So in that design 204 when returning None makes a lot of sense, and you can promise that if a successful response returns a body, that there is really something there.

There's a trade off here - the list form allows consumers to always parse the data, but they have to do that even when a None is sent. On the other hand, using the empty representation for None saves a parse, but requires that the consumer be paying attention to the content length.

So, looking back to your two proposals, I would expect that using 204 is going to be the more successful long term approach.

Another possibility would be to return the null primitive type when you want to express that there is no object available. This would go with a 200 response, because the content length would be four bytes long.

null

HTTP Status 200 – OK – REST API Tutorial, 404 is the appropriate status code for this. You're trying to represent a 'primary customer' as a resource, but in some cases this relationship  Rest API request and response bodies will change over time. You want to be able to make additive changes to your REST API. For that reason you should never return a JASON array as the root type for your REST response, always an object; even for bulk / list requests.

What is the proper response status for a REST API GET returning no , The HTTP 204 No Content success status response code indicates that The common use case is to return 204 as a result of a PUT request,  To prevent an API consumer from having to hit the API again for an updated representation, have the API return the updated (or created) representation as part of the response. In case of a POST that resulted in a creation, use a HTTP 201 status code and include a Location header that points to the URL of the new resource.

204 No Content, In case of API response, it can be simple XML or JSON or any other media type. So the REST API must always return an appropriate status code to the client so that the client 204 No Content: This informs the client that the request has been successfully GET student record, myApp/students/{rollNo}, GET, Success, 200. Most applications don't go this far. Frankly, I haven't seen a single one. Given that, returning 200 with Content-Length: 0 or 204 No Content is an almost completely irrelevant discussion. The HTTP specification certainly doesn't forbid 200 OK with Content-Length: 0. That was a bit of a tangent.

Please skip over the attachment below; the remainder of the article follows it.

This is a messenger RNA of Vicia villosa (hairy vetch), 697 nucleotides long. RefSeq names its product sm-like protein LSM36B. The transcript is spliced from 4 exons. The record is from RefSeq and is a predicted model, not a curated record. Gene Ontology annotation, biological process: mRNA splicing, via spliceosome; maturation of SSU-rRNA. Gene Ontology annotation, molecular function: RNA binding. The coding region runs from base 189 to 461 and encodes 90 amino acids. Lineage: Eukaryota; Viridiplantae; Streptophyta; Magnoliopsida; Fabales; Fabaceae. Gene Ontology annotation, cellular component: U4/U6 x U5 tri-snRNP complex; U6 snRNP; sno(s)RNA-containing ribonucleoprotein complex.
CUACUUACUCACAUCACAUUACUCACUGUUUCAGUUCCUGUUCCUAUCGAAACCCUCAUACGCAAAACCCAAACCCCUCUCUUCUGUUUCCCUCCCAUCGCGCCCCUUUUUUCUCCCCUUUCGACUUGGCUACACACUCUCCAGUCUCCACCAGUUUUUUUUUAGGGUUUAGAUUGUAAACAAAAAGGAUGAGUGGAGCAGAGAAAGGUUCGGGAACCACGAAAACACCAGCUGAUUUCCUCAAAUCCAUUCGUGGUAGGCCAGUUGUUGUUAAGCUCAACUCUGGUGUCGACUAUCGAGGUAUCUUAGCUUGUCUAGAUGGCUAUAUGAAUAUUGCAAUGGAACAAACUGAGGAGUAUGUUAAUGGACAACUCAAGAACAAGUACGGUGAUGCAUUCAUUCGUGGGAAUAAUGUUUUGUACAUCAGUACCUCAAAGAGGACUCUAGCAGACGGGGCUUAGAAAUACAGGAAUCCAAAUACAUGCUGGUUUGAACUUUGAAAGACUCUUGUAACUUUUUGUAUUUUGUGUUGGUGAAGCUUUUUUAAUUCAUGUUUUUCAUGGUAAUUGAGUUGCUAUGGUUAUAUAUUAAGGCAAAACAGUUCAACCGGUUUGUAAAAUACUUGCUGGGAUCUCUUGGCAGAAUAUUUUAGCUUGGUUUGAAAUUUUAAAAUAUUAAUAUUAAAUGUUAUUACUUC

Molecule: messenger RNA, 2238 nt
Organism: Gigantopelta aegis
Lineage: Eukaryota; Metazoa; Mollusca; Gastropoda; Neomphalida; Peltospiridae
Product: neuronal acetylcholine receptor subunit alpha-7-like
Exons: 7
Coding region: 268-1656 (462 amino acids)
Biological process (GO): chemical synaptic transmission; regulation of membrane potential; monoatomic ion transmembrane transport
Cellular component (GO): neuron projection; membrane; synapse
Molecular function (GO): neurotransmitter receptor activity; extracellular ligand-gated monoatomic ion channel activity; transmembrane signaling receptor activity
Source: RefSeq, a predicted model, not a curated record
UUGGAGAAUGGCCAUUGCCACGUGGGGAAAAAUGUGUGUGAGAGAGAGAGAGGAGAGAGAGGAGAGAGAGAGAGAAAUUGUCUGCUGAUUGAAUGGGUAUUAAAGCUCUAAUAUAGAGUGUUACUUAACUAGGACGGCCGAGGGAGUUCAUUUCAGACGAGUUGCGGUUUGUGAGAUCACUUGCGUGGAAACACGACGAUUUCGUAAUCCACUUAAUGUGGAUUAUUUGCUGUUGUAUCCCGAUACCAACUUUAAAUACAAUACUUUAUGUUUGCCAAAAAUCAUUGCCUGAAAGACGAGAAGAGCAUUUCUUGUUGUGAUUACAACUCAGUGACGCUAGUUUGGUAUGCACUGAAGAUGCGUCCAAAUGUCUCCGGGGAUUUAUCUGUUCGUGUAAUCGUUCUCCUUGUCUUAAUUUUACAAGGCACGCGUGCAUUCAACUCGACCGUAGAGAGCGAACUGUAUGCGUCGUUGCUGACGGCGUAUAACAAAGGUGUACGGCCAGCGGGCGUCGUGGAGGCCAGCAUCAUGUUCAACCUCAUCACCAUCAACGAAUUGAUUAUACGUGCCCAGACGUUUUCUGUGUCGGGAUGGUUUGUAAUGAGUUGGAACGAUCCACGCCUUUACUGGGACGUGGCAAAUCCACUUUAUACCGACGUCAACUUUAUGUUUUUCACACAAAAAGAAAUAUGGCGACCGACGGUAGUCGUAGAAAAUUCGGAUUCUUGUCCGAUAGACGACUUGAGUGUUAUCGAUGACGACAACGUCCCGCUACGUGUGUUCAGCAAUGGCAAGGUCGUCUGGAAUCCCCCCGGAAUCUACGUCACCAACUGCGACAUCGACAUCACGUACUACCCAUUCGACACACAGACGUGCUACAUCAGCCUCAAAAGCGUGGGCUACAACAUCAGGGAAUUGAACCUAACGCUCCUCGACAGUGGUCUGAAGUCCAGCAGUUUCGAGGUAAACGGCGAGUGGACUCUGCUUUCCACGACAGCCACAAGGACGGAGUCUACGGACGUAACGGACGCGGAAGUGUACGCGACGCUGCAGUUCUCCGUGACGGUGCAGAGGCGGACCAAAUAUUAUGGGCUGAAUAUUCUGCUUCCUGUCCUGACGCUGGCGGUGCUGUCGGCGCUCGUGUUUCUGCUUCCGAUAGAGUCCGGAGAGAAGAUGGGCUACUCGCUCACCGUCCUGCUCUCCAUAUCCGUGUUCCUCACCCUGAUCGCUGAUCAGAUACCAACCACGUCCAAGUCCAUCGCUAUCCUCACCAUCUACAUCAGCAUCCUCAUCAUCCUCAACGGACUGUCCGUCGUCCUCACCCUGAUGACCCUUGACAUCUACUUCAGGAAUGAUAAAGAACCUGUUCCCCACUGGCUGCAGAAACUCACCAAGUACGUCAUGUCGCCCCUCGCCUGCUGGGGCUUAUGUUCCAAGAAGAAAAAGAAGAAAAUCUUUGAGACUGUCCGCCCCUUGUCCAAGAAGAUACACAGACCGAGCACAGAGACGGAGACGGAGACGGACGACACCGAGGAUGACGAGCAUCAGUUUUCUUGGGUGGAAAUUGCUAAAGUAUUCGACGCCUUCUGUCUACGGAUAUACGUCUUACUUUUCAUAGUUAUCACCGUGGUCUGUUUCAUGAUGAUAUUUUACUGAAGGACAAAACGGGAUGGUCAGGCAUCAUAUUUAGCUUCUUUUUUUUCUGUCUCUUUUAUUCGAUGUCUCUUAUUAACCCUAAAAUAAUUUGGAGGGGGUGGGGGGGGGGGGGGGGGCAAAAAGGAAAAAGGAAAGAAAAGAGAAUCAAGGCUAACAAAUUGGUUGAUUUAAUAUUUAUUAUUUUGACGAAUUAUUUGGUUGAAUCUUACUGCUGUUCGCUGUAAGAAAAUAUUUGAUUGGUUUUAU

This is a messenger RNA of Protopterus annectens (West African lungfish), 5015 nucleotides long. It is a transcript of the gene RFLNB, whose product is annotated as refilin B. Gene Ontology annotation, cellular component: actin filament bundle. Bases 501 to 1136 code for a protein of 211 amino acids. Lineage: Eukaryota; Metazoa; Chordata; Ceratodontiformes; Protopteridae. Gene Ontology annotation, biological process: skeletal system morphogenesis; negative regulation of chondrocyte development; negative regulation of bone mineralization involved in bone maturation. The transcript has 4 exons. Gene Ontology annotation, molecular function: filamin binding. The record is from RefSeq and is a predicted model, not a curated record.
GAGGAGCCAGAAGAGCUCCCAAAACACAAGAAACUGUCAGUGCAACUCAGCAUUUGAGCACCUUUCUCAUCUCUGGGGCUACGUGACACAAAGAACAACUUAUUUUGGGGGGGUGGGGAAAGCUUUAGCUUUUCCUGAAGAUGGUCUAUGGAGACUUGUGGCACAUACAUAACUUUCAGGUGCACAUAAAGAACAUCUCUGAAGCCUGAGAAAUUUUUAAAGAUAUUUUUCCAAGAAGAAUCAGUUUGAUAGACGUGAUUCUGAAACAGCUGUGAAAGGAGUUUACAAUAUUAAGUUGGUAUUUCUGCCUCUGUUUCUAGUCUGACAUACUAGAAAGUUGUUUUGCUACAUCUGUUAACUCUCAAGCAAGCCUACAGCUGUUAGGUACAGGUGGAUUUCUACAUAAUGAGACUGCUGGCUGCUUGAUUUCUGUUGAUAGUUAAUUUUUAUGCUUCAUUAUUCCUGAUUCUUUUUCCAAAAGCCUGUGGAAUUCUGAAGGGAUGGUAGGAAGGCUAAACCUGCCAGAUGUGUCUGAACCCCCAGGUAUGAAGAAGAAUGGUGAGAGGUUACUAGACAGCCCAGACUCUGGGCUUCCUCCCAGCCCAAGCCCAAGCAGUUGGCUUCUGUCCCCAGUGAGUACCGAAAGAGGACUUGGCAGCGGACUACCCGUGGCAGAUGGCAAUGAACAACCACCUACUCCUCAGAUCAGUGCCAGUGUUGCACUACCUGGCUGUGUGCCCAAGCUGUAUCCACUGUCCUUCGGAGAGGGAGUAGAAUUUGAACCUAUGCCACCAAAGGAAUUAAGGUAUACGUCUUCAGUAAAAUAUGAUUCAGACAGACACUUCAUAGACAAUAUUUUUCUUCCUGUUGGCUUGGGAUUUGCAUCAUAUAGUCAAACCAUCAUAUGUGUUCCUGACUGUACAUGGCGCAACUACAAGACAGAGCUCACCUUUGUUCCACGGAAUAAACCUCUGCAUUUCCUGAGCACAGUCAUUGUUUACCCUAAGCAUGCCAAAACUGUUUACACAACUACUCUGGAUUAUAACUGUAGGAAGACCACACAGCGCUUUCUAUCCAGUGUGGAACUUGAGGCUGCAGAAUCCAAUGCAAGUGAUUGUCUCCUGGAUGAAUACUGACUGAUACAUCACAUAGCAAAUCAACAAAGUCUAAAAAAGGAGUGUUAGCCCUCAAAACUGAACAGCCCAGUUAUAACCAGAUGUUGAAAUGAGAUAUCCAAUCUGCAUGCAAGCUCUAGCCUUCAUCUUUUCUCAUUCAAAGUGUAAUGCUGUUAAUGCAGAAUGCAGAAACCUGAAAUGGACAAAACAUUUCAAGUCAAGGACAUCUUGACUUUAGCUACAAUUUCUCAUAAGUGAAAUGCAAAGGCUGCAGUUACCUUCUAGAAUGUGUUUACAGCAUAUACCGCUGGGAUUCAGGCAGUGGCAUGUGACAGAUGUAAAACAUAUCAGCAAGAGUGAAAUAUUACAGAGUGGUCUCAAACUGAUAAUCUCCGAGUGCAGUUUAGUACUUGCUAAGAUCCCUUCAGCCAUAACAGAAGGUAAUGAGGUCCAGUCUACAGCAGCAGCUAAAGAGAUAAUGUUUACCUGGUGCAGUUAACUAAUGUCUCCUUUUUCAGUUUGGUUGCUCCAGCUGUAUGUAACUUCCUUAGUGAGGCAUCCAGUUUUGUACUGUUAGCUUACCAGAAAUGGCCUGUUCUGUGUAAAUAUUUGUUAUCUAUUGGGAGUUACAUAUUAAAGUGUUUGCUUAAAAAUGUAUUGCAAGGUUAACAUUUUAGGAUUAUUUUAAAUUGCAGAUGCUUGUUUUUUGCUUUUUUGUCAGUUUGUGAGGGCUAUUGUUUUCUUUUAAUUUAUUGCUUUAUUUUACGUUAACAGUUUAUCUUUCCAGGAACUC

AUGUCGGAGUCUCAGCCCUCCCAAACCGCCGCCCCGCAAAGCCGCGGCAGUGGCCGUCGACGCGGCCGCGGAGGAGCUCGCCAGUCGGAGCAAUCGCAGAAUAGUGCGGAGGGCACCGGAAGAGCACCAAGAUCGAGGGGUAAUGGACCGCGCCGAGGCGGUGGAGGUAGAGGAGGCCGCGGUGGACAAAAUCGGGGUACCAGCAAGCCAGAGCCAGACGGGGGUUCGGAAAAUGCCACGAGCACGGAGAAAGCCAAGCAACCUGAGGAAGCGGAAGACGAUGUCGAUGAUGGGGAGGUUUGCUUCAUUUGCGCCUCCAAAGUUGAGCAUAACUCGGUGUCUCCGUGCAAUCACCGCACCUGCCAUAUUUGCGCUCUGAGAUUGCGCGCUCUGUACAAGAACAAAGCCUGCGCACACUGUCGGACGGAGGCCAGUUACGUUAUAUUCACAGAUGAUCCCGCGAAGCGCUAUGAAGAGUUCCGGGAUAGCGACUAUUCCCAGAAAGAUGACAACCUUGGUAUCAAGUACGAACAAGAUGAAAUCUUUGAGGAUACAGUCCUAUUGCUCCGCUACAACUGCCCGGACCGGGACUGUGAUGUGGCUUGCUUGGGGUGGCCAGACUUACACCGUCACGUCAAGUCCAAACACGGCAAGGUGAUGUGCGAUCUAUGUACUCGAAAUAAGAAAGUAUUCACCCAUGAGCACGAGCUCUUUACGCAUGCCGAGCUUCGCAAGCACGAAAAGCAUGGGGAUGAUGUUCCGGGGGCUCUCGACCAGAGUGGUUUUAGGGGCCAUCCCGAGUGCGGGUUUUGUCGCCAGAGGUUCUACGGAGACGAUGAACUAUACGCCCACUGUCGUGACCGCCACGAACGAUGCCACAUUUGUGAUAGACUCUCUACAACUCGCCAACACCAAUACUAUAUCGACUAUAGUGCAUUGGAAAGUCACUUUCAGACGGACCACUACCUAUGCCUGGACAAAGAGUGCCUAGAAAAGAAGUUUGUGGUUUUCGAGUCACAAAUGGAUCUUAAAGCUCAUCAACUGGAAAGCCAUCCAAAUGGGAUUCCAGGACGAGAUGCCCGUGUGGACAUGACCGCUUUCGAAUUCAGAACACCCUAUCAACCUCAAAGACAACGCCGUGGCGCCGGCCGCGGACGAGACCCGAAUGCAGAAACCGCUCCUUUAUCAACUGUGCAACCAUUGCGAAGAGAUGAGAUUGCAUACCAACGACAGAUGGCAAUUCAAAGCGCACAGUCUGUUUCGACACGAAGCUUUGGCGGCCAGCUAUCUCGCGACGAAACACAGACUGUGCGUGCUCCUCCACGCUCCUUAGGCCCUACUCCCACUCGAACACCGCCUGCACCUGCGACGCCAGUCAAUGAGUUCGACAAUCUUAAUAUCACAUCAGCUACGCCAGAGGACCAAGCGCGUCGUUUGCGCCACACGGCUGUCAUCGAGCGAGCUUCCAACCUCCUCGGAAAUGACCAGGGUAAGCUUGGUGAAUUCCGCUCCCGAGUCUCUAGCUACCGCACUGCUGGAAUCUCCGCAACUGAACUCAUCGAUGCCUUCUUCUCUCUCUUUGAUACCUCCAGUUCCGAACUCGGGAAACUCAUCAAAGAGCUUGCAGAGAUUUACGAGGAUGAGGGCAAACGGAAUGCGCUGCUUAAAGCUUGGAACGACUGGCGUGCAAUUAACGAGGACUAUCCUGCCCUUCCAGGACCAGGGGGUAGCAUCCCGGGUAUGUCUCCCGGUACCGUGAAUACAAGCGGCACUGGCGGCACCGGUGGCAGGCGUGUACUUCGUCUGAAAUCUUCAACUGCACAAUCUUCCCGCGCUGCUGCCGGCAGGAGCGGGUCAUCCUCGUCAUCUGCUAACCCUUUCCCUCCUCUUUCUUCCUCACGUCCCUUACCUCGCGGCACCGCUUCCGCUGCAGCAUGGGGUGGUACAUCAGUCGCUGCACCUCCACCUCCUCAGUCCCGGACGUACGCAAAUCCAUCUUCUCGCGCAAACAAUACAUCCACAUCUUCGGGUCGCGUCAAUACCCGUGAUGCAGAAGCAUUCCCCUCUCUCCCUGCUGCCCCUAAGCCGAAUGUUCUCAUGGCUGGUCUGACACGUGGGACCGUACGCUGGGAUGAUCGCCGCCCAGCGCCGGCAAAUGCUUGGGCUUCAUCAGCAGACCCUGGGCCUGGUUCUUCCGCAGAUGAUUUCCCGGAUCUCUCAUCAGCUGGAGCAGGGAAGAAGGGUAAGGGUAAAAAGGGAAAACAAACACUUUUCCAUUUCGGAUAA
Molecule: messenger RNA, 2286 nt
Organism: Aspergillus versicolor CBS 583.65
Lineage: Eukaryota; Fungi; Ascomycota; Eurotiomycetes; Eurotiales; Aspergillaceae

Understanding the REST API Response, From the service's perspective, a 204 (No Content) response may be a perfectly valid A good REST API should make it easy to be a client. this response SHOULD include an indication of the request's current status and [. Returning 204 (No Content) as a response to a GET request is a bit weird, but  POST Method. The RESTful HTTP Request POST method is equivalent to Create functions and INSERT SQL statement. The following example is to insert a new partner, Partner1, in ConfigStore database.

REST lesson learned: Avoid 204 responses, REST APIs are designed to work on top of HTTP/HTTPS protocol. 204 NO CONTENT — It indicates that the HTTP request was successful but no content is Using Proper HTTP Status Codes In A REST API. GET Request. Many times, the action performed by the POST method might not result in a resource that can be identified by a URI. In this case, either HTTP response code 200 (OK) or 204 (No Content) is the appropriate response status. Responses to this method are not cacheable, unless the response includes appropriate Cache-Control or Expires header fields.

Comments
  • You probably should return 404 since entity cannot be found.
  • I don't want the client to think something wrong happened. In my case, it's perfectly ok if a primary customer doesn't exist.
  • 404 does not mean that something wrong has happened. It just indicates that the requested resource does not exist. Otherwise how does client know that it got no resource vs resource exists but it has no representation.
  • This seems to be a matter of opinion. See stackoverflow.com/q/34312023/217324, there are arguments for both sides.
  • @NathanHughes in that question the different situation is discussed namely when the list of entities is accessed and it is empty.
  • Cacheability of a response can be set explicitly with a Cache-control header, so you can set Cache-control: max-age=0 on your 204 response.
  • You are right. Caching is also valid for HTTP 200. Removed this line.